Herbicide Resistance: Definition and Management Strategies

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A herbicide ceases to be a useful tool for farmers when its target weeds develop resistance to its effects. This publication helps you understand resistance: what causes it, and how you can slow or prevent its development.

Herbicide resistance is the inherited ability of a plant ot survive and reproduce following exposure to a dose of herbicide that would normally be lethal to the wild type. In a plant, resistance may occur naturally due to selection or it may be induced through such techniques as genetic engineering. Resistance may occur in plants as the result of random and infrequent mutations; there has been no evidence to date that demonstrates herbicide-induced mutations. Through selection, where the herbicide is the selection presure, susceptible plants are killed while herbicide-resistant plants survive to reproduce without competition from susceptible plants. If the herbicide is continually used, resistant plants succesfully reproduce and become dominant in the population. The appearance of herbicide resistance in a population is an example of rapid weed evolution.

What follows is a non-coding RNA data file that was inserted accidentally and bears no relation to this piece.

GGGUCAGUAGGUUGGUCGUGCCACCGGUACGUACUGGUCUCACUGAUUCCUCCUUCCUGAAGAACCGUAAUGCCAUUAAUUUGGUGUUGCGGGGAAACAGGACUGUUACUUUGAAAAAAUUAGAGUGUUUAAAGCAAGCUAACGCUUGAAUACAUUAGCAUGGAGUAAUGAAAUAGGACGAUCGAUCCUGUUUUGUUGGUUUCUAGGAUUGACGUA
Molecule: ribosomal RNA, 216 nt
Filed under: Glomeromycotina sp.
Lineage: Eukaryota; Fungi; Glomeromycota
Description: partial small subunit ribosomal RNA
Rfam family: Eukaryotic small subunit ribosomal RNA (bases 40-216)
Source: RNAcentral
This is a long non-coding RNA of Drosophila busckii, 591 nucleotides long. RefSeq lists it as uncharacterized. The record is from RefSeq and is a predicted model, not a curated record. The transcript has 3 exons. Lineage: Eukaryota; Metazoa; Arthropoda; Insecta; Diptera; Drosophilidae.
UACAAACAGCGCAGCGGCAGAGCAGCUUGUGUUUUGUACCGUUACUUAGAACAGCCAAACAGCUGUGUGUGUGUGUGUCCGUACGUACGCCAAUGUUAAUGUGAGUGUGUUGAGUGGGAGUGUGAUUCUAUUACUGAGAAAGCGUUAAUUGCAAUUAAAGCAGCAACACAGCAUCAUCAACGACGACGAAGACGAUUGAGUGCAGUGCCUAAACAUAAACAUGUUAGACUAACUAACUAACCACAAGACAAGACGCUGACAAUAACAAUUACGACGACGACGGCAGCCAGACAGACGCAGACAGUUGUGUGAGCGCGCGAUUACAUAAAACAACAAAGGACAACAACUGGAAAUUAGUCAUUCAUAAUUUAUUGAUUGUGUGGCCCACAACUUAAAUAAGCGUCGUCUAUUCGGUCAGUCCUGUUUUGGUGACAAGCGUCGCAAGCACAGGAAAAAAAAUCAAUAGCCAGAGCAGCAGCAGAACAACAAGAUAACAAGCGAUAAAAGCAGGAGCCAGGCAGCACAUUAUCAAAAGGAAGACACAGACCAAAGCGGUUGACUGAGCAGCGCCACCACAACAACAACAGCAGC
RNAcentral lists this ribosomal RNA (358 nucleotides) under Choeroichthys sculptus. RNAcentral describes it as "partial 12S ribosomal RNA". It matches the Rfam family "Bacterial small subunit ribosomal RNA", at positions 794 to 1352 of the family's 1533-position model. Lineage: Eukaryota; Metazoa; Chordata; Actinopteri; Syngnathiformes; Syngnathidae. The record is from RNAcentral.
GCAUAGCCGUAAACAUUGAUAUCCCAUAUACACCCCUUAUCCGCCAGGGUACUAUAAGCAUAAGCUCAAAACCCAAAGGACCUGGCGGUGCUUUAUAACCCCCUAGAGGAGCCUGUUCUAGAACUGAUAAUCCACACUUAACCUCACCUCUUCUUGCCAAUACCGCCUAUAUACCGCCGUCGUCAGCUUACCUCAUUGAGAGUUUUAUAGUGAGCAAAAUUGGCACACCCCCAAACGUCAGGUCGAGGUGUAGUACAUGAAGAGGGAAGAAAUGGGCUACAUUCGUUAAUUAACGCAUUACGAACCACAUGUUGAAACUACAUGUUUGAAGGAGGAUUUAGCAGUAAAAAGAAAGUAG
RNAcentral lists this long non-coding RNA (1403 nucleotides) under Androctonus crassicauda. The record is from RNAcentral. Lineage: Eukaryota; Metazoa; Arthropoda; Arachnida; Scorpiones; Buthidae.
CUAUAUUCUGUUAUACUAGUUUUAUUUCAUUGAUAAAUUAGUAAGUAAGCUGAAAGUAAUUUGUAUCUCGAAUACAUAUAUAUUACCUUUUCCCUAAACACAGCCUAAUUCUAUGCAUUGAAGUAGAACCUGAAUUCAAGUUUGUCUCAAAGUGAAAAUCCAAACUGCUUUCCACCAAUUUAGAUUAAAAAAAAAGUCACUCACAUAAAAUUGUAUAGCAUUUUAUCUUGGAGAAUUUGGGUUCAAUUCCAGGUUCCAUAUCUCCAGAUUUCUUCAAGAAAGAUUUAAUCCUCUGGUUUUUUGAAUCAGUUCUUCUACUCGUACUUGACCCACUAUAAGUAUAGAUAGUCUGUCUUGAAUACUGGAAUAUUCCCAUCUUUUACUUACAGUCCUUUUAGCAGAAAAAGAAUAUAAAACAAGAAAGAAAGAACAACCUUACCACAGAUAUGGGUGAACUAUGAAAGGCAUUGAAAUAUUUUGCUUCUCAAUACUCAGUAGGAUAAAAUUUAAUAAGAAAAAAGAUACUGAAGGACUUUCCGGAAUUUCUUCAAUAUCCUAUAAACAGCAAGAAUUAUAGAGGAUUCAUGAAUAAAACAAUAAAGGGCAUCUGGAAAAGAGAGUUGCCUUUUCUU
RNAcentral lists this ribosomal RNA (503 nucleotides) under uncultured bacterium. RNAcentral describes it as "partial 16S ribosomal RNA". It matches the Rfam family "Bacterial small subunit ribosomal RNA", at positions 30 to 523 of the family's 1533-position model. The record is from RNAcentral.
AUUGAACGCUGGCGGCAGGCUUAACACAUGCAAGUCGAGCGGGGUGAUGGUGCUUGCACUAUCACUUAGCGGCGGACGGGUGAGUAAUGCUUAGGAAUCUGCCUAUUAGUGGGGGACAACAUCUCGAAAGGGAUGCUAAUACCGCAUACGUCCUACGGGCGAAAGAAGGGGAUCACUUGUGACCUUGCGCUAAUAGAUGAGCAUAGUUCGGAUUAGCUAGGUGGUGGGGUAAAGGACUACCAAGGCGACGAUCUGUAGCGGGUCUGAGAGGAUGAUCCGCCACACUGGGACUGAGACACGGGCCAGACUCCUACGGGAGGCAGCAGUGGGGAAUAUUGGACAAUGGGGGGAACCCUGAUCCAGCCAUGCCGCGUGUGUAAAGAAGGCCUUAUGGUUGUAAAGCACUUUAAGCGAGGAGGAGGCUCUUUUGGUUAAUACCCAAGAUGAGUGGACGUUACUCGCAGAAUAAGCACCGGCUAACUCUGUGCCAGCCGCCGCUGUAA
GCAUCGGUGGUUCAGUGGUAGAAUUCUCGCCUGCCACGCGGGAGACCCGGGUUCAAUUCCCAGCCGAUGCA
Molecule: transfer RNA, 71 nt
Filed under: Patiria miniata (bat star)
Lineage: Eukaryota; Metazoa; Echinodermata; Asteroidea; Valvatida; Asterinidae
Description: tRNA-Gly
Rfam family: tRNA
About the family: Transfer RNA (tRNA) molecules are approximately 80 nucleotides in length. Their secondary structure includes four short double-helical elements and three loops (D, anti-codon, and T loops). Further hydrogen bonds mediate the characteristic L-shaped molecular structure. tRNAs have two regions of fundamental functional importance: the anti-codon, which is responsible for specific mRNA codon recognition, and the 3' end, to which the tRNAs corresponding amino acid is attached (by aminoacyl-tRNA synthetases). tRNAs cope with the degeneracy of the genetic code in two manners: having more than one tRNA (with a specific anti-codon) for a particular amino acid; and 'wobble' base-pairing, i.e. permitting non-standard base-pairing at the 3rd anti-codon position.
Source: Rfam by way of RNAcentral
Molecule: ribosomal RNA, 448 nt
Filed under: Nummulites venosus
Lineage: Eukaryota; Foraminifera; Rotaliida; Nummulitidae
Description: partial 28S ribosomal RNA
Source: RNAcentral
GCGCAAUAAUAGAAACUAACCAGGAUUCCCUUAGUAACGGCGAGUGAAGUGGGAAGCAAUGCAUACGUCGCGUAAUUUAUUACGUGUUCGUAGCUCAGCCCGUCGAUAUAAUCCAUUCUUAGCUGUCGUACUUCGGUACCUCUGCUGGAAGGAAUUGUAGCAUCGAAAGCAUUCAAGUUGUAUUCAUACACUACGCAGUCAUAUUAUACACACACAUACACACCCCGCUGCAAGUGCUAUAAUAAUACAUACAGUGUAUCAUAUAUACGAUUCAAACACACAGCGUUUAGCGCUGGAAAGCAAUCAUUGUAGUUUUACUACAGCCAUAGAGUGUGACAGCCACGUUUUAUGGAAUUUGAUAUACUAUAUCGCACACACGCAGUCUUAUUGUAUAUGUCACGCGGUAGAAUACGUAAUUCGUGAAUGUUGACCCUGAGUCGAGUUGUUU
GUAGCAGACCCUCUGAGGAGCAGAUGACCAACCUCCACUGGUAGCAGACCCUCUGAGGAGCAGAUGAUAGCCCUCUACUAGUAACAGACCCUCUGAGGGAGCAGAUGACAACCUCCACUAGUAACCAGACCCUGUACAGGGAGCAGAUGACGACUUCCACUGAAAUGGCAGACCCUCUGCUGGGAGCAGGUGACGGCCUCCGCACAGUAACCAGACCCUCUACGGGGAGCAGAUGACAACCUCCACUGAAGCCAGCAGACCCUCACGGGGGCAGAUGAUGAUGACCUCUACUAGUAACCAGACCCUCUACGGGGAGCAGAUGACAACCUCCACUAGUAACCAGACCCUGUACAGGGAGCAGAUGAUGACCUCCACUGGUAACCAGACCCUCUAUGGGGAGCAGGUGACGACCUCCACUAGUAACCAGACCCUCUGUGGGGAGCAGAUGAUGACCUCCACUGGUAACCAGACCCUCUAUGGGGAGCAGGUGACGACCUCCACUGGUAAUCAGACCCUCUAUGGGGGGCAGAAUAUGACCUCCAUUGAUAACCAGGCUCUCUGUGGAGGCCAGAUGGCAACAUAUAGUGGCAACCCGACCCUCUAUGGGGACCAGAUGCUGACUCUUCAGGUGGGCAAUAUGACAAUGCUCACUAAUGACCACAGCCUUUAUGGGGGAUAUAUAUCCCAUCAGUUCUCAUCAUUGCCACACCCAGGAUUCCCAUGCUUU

Timothy S. Prather
Joseph M. Ditomaso
Jodie S. Holt
University of California Agriculture and Natural Resources